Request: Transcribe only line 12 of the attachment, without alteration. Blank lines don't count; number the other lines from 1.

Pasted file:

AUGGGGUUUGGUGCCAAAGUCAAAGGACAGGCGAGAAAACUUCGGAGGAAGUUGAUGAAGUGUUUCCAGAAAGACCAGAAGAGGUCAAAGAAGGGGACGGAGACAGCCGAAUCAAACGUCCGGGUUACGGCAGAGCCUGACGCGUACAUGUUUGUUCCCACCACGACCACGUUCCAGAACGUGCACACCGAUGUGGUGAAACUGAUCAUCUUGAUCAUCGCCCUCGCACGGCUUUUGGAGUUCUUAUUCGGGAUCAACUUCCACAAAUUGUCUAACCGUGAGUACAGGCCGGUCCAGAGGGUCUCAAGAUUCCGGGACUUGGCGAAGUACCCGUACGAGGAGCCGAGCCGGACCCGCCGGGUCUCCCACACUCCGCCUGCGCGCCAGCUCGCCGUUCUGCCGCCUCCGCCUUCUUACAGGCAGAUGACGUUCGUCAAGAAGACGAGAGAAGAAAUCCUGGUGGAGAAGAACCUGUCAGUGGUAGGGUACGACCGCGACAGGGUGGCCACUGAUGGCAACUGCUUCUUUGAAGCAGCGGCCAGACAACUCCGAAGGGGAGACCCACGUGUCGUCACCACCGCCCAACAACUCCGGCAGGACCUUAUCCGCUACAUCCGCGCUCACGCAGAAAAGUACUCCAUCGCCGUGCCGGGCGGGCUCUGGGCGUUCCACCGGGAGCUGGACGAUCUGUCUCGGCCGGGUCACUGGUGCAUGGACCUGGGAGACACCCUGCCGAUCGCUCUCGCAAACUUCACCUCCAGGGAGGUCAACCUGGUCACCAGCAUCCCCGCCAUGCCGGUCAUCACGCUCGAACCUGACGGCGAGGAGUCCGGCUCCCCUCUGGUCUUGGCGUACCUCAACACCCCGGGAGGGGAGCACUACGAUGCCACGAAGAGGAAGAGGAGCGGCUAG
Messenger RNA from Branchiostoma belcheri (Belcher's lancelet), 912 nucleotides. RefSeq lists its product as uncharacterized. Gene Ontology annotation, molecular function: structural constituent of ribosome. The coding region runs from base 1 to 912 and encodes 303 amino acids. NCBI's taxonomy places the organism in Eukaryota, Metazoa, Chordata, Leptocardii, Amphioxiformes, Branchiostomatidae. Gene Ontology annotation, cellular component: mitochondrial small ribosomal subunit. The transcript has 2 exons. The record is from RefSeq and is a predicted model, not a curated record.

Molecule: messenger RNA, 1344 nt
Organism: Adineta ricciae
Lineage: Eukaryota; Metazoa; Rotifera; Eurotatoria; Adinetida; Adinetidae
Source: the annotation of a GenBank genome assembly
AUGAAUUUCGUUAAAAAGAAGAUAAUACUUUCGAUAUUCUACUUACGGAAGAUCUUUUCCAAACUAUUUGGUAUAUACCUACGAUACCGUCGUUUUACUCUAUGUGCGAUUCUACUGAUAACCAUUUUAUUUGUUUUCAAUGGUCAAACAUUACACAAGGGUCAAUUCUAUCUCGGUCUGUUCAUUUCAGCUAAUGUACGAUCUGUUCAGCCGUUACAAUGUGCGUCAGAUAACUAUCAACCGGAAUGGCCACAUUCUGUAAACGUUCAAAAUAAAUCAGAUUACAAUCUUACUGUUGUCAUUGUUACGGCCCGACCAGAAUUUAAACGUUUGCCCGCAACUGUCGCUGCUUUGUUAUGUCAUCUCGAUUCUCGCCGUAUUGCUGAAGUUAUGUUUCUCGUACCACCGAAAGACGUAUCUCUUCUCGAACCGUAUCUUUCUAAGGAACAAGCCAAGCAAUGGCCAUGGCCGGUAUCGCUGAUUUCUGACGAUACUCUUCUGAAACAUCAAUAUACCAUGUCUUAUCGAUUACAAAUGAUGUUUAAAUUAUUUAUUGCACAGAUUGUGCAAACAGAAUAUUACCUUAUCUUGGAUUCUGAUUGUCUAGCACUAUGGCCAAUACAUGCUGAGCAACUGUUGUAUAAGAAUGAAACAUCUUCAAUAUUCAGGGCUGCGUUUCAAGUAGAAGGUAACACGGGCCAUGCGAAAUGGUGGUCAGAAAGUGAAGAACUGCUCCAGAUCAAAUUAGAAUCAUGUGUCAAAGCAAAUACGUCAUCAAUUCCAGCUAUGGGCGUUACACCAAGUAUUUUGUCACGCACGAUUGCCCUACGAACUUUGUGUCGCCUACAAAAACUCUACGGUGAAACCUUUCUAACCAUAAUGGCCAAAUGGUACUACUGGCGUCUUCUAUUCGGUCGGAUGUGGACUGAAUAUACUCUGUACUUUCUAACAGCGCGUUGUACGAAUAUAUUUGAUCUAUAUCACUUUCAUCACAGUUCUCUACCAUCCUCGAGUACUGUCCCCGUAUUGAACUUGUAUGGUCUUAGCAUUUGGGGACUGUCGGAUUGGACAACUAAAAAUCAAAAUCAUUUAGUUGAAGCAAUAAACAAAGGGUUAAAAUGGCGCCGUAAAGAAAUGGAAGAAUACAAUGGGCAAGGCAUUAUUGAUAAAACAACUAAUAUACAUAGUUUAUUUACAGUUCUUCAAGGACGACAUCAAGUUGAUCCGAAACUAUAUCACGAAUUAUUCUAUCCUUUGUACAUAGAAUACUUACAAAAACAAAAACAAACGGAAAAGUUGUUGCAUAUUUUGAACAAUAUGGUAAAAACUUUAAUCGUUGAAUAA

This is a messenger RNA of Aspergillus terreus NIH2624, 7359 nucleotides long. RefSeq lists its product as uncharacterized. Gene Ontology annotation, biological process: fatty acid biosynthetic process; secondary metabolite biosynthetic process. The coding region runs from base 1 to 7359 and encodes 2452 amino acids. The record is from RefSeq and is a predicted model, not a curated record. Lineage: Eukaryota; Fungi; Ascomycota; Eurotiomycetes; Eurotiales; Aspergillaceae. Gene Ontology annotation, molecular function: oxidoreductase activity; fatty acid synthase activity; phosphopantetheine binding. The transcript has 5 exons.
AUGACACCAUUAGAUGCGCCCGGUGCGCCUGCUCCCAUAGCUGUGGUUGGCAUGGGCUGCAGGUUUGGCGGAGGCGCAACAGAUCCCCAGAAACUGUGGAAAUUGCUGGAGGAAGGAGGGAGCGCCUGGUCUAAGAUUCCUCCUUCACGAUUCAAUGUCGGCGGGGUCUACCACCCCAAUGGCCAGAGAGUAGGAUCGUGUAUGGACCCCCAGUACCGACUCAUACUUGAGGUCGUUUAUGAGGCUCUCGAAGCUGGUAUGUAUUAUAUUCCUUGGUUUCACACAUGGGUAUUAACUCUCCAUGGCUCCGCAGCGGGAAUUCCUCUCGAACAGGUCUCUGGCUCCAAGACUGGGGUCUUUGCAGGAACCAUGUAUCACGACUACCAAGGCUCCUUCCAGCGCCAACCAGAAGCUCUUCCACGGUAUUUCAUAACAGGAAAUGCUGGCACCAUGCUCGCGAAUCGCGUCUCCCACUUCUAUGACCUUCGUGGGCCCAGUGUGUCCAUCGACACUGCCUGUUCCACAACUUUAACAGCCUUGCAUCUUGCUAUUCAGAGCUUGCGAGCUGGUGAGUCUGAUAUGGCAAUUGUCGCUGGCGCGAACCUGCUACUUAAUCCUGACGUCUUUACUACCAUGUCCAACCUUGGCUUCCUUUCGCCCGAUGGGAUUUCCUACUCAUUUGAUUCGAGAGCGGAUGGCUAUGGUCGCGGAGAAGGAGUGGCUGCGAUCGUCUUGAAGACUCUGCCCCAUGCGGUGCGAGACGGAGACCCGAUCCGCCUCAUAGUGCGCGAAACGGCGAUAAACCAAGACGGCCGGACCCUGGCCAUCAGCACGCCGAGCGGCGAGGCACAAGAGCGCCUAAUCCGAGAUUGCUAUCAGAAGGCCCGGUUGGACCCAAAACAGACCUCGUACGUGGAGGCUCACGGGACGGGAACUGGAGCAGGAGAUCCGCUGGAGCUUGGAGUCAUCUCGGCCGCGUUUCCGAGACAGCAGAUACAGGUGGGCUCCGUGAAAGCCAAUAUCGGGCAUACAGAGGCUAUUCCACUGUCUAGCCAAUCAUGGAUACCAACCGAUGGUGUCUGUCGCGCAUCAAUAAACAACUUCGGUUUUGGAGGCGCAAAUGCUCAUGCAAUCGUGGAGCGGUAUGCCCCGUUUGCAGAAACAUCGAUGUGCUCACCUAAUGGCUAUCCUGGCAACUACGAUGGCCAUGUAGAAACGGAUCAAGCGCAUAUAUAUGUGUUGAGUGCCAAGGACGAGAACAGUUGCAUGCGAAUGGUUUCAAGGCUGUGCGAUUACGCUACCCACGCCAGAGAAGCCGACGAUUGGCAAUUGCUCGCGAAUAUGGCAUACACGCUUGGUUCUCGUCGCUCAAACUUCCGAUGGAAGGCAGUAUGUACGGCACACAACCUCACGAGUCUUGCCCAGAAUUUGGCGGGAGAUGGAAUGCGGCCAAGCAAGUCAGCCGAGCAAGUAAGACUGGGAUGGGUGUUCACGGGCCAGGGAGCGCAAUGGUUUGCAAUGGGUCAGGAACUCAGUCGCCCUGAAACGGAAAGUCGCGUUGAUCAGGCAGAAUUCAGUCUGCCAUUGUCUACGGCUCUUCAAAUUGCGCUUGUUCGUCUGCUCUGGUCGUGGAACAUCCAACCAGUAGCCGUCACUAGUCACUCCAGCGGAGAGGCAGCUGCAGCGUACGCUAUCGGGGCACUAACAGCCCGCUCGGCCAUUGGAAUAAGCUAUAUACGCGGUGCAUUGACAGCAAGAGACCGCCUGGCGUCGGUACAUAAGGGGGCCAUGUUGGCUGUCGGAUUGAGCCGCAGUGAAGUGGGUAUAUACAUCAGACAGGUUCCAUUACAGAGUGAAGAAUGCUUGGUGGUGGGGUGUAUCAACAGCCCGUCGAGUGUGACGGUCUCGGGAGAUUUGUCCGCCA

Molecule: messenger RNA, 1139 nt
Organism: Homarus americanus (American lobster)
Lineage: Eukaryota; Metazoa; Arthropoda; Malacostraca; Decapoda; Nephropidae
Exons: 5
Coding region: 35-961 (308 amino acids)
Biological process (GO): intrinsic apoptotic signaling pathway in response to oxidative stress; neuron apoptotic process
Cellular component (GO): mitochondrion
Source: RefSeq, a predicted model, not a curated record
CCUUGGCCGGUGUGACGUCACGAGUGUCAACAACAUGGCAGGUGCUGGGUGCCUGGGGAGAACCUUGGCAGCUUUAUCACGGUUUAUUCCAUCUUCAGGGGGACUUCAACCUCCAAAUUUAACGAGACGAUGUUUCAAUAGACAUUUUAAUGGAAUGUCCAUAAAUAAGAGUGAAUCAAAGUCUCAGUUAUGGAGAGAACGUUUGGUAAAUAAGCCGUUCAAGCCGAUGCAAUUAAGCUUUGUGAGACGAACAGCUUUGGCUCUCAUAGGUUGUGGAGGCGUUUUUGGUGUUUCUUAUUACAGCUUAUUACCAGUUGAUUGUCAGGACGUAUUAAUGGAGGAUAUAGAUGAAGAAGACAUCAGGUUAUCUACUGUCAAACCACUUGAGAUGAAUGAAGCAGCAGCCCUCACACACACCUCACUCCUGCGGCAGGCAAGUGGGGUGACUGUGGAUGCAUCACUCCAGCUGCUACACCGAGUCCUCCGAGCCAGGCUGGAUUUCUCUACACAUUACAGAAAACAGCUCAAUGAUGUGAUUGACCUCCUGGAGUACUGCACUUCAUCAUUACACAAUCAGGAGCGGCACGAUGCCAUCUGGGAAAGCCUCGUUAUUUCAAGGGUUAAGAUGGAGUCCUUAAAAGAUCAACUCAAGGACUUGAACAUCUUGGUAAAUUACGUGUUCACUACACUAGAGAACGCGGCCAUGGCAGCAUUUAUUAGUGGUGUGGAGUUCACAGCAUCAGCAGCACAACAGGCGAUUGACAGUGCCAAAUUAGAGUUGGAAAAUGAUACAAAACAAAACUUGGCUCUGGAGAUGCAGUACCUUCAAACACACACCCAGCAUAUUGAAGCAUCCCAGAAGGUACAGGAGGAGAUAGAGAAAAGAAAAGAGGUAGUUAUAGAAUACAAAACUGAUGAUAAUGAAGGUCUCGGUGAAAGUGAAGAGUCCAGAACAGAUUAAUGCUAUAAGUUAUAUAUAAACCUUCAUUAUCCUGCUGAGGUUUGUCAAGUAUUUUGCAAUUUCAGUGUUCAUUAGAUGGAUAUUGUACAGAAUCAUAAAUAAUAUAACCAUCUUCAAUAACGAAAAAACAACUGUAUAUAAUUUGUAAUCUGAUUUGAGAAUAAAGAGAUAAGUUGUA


Lineage: Eukaryota; Metazoa; Arthropoda; Malacostraca; Decapoda; Nephropidae